None of this is to say that there’s anything actually wrong with the car— but it’s an absolute travesty of branding. Ford should’ve just come up with a new name for it. Mustang buyers wouldn’t even want this thing, and the name’s cachet does nothing for its target audience. All this does for Ford is irk their loyal mustang customers, confuse people who’d actually be interested in this car, and dilute their most recognizable brand.

Edit: to more specifically address Michael’s points, the problem isn’t that the name offends the Mustang’s greatness or anything— it’s that the car is so totally different from a Mustang that the name is just ridiculous. Porsche makes SUVs, but they don’t call them Carreras. Jeep makes that weird El Camino thing (gladiator, I think?) but they don’t call it a Wrangler.

If they’re not selling the car to “Mustang people” (and they obviously aren’t) why on Earth did they call it a Mustang?

The Mustang branding makes me want the car less. I’m not sure the typical Mustang demographic would care for a tech heavy SUV, and vice versa.

Why is the article so myopic? As if the whole world revolves around the US? Ford is a large company with a global presence - take a beat and think about the bigger picture, there are far more competitors in this space than just Tesla in the US. Look further afield and you may find open roads with consumers

Why is the article so myopic? As if the whole world revolves around the US? Ford is a large company with a global presence - take a beat and think about the bigger picture, there are far more competitors in this space than just Tesla in the US. Look further afield and you may find open roads with consumers who are eager to take a drive with a storied American brand - Mustang enthusiast or not.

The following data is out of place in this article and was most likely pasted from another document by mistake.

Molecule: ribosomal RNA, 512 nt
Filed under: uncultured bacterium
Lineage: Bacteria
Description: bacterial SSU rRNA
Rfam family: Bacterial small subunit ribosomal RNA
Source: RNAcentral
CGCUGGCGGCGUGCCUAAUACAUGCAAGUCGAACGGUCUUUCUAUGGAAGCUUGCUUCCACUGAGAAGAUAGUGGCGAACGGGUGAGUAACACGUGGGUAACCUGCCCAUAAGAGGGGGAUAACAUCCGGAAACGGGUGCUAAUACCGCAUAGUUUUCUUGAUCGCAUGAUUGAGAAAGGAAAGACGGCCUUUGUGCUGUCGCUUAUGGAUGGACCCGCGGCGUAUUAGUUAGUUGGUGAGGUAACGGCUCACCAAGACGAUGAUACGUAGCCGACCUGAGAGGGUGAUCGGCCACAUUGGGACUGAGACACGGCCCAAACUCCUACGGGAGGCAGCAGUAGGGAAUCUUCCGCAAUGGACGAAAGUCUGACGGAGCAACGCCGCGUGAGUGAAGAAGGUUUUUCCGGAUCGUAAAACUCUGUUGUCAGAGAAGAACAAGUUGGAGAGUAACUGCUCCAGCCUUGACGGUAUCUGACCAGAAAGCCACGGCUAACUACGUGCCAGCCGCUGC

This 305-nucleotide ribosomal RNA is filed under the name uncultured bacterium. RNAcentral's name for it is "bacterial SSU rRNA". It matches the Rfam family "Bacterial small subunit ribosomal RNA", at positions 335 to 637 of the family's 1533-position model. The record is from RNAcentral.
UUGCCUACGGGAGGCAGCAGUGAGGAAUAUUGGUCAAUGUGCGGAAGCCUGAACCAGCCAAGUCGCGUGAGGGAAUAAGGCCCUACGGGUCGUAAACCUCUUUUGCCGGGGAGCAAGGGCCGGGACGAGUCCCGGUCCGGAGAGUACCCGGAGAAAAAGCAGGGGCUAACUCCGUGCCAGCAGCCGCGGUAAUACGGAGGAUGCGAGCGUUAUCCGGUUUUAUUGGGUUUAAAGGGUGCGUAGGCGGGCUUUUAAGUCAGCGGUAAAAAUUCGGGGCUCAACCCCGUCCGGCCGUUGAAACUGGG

It's no secret that American cars lag behind with innovation and style - they even keep the same names for decades. The fact that they decided to call the electric SUV a Mustang tells me that they aren't confident about its success and at the very least figure they can get their same customers to go

It's no secret that American cars lag behind with innovation and style - they even keep the same names for decades. The fact that they decided to call the electric SUV a Mustang tells me that they aren't confident about its success and at the very least figure they can get their same customers to go electric even though Ford has always stood for gas guzzlers. It just seems like they want to give Tesla a hard time. Then in an NPR interview, the CEO started talking about Trump policies being beneficial to the company. That this unsolicited dialogue even happened tells me their heart isn't in this car, they know who their customers are, and that new buyers aren't racing to get one.

Take note

The beauty business

Kylie Jenner's $600 million payday. Coty, the century-old beauty company, is shelling out the big bucks for a 51% stake in the youngest Jenner's booming cosmetics business—and access to her 270 million social media followers.

Kylie Jenner’s $600 million deal proves the power of celebrity beauty brands

I definitely think that celebrity plays a MASSIVE factor in the success of a brand; however, it's not a surefire ticket to success. Look at Blake Lively's failed venture - Preserve. She has a huge following and people adore her and yet Preserve never took off and she shut it down. At the end of the day